News since the start of the year has not been good for proponents of fossil-fuel terminals in our region. There are lessons to be learned from this experience.
Early this month, Washington state Public Lands Commissioner Peter Goldmark denied a key lease for the proposed Millennium Bulk Terminals coal export facility in Longview. This wasn’t necessarily the last nail in the project’s coffin, but it further weakened the economic arguments for a plan already on shaky ground.
And last week, the Washington State Supreme Court issued a ruling that effectively blocks a crude-by-rail terminal in Hoquiam on Grays Harbor. The ruling was based on a state law that places a top priority on making sure the coastline is safe from catastrophic environmental damage. The ruling was celebrated by the Quinault Indian Nation and fishing groups.
“This is a strong decision protecting and preserving coastal communities now and into the future,” said Dale Beasley of Ilwaco, president of the Coalition of Coastal Fisheries, a group that includes fishermen, oyster growers, and charter boat operators. “Today’s decision gives commercial fishermen another handle to protect our livelihoods.”
These decisions have direct implications for communities on both sides of the Columbia River and on Oregon’s North Coast. Commercial fishermen have been worried about the potential for oil spills that could decimate their industry. At a recent meeting with newly elected Washington State Rep. Jim Walsh, Lower Columbia fishermen said they were equally worried about the Longview coal terminal — which might result in coal-particulate pollution and increase the potential for shipping accidents. Tourism, home values, and recreational and commercial shellfish harvesting also would be endangered by fossil-fuel pollution.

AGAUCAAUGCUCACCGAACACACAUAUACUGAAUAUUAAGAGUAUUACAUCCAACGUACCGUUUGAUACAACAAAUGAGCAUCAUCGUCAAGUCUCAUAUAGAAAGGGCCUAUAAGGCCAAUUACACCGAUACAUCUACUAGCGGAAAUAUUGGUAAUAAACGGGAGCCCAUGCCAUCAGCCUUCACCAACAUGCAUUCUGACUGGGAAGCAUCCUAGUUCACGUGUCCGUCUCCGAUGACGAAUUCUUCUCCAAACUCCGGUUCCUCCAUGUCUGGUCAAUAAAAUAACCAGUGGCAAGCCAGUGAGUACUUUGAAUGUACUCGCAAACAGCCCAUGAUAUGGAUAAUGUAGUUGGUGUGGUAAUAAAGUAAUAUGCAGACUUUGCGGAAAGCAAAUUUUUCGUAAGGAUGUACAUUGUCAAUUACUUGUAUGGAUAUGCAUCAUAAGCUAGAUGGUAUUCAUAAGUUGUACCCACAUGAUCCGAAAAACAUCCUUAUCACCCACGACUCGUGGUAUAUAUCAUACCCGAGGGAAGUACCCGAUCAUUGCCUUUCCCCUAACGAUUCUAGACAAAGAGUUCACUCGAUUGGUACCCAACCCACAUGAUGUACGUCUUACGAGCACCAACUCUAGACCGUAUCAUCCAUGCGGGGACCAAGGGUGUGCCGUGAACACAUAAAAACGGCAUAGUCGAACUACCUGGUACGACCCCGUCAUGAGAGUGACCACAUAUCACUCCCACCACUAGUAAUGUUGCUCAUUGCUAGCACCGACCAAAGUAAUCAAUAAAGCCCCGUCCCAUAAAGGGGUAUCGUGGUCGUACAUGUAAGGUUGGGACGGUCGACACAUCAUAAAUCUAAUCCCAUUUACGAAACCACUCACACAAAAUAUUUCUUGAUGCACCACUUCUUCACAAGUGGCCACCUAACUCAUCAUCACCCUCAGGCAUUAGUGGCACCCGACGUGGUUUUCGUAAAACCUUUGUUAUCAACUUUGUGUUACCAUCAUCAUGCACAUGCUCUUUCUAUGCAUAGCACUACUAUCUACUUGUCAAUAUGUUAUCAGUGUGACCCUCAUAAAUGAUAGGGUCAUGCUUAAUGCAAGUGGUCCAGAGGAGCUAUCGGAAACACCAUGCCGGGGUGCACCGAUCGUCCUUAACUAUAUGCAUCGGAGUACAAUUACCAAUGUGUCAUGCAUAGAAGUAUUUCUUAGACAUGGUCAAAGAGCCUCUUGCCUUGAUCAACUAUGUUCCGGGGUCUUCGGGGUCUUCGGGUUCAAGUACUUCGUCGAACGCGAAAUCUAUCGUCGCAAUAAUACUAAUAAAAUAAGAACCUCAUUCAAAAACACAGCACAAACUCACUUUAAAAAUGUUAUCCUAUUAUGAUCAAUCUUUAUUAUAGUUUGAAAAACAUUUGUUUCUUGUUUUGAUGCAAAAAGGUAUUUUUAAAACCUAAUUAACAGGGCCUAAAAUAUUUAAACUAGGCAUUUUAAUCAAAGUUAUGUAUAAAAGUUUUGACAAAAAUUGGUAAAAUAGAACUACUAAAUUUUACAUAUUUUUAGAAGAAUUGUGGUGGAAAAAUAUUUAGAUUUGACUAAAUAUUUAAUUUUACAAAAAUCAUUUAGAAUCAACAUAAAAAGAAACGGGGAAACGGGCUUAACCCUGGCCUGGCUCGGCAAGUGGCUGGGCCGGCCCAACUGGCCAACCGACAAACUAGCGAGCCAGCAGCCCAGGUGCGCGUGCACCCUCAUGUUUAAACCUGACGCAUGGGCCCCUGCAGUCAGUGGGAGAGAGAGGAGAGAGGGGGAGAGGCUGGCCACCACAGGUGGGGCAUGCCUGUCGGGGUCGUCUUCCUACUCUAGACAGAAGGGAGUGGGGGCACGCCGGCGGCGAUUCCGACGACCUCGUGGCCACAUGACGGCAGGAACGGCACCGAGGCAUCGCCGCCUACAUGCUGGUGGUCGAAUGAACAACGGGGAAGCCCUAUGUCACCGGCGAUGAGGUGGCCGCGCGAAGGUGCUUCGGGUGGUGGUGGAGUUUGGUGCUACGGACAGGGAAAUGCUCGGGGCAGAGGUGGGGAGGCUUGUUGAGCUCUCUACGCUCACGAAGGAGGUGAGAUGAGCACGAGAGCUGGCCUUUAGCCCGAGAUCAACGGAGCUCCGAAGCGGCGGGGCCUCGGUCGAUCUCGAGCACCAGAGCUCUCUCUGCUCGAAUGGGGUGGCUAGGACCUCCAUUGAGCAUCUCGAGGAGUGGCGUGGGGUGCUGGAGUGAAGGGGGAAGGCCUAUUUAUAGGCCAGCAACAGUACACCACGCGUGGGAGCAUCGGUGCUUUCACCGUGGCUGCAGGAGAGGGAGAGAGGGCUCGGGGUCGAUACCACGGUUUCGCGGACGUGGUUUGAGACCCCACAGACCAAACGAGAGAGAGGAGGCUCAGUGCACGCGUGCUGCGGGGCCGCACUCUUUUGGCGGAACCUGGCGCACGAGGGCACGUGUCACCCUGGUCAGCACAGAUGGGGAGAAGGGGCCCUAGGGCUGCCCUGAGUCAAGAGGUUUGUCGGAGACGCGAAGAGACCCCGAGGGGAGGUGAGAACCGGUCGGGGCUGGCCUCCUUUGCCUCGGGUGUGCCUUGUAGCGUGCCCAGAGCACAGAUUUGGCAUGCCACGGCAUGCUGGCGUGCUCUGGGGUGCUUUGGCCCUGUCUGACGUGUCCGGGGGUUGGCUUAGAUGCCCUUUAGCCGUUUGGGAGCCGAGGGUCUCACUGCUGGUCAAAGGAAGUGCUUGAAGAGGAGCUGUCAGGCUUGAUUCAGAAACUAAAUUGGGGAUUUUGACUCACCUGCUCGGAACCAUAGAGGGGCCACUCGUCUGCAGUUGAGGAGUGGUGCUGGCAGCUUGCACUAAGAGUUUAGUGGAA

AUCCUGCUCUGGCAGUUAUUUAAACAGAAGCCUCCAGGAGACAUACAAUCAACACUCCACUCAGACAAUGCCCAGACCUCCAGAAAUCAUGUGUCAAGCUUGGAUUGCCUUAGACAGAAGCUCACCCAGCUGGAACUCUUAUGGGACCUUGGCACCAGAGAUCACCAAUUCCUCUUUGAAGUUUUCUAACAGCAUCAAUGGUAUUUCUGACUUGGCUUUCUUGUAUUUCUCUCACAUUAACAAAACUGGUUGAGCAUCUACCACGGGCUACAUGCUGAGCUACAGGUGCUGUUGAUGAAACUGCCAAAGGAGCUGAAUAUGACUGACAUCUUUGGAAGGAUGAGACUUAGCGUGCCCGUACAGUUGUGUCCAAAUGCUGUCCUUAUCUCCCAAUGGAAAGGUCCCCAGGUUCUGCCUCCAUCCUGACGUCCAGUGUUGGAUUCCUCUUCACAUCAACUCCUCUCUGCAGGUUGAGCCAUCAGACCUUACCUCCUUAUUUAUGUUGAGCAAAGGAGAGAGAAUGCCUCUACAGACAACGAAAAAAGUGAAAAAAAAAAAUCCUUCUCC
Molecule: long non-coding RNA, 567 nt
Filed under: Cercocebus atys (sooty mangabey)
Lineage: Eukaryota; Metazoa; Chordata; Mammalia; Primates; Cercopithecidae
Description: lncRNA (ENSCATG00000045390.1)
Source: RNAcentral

Supporters of these projects point to job creation, society’s continuing need for energy and the generally good safety records of railways and ocean-going ships. The Longview terminal, by providing a cost-effective way to export Powder River Basin coal to Asia, would bolster coal-state economies and improve the U.S. trade balance sheet.
Ramping up U.S. energy development is a major priority of President-elect Donald Trump — a way of firing up the national economy while continuing to increase our independence on oil imports. Based partly on this promise, the coal states of Wyoming and West Virginia provided Trump’s largest winning margins — 68 to 22 percent and 68 to 26 percent, respectively.
The Washington state terminal decisions suggest limits to Trump’s ability to deliver. This doesn’t mean his administration won’t try. The federal legal arsenal includes a variety of tools designed to keep states from interfering with national policies, including the possibility of coercive measures like tying federal aid to compliance with federal wishes.
The West Coast states have been described as the “Thin Green Line” blocking coal and other carbon fuels from reaching purchasers and, ultimately, the atmosphere in the form of greenhouse gases. Citizens of our states are far from united on this position.
In our area, however, no matter our individual feelings about U.S. energy policies, we should be united in defending our long-established industries that rely on pure water.